By Kathryn Kopchik
LEWISBURG, Pa. — Julie Greene will give the talk, "The 13th Labor of Hercules: Building the Panama Canal," on Tuesday, March 3, at 7 p.m. in the Forum of the Elaine Langone Center at Bucknell University.
The talk, which is free and open to the public, is sponsored by the history department, the University Lectureship Committee, the Center for Race, Ethnicity and Gender, and the departments of sociology, Spanish, comparative humanities, international relations, and political science.
Greene, who is an associate professor of history at the University of Maryland, is the author of several books and articles including The Canal Builders: Making America’s Empire at the Panama Canal.
In her talk, Greene will examine how imperial relationship defined everyday life in the canal zone, specifically dealing with issues of class relations, empire building, political policy, race, ethnicity and a sense of place.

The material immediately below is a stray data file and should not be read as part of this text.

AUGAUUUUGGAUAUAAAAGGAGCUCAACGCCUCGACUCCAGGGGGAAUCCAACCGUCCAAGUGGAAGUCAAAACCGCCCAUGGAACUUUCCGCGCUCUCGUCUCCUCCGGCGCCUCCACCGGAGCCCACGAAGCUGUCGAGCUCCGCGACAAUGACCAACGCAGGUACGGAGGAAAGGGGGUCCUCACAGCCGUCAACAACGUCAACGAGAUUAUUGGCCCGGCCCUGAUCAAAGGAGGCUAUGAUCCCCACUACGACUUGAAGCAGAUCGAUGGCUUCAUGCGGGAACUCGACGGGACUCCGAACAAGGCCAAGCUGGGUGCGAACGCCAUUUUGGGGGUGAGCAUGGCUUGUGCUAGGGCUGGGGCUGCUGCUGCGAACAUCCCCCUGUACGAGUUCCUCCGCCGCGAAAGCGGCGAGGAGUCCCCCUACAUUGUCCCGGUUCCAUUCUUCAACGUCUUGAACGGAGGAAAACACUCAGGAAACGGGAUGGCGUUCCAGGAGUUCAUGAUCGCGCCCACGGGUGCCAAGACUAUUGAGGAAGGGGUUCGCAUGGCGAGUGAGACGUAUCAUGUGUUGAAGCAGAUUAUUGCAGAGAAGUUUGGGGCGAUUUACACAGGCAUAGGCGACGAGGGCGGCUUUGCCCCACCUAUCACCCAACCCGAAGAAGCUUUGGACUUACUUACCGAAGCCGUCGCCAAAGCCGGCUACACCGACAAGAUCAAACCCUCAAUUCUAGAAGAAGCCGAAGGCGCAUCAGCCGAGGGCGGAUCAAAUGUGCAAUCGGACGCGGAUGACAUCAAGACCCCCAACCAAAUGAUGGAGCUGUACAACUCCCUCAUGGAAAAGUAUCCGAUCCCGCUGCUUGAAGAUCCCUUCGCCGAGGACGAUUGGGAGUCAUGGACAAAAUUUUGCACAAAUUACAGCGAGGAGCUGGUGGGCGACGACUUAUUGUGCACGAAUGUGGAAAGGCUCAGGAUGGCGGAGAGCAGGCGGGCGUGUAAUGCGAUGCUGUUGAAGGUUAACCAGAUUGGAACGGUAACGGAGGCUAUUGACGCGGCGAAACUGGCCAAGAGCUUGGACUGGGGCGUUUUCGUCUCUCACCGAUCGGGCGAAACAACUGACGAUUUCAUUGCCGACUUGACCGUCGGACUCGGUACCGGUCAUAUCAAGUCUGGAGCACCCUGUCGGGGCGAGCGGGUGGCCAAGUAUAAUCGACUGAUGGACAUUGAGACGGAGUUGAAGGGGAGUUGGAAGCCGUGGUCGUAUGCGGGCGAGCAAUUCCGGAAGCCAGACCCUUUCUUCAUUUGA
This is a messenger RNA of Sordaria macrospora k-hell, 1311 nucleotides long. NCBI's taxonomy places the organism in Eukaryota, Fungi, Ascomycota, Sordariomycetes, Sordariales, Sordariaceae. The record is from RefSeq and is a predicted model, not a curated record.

U.S. labor and working-class history specialist
Greene’s research and teaching interests span across immigration and political history, the history of empire and transnational approaches to the history of the Americas. She is also the author of Pure and Simple Politics: The American Federation of Labor and Political Activism, 1881-1917, and the co-editor, with Eric Arnesen and Bruce Laurie, of Labor Histories: Class, Politics, and the Diversity of the Working-Class Experience.
She was the founding reviews editor in 2004 of Labor: Studies in Working-Class History of the Americas, and continues to serve as an editor of the journal. Labor received the Council of Editors of Learned Journals Award for Best New Journal in 2005.
Greene was the founding co-chair of the Labor and Working-Class History Association in 1997-99, and has worked in numerous ways with the organization since that time. She also has been active with the Society for Historians of the Gilded Age and Progressive Era (serving currently on the editorial board of its journal) and with the Organization of American Historians.
She is the recipient of fellowships from the National Endowment for the Humanities and the American Council of Learned Societies, among others.
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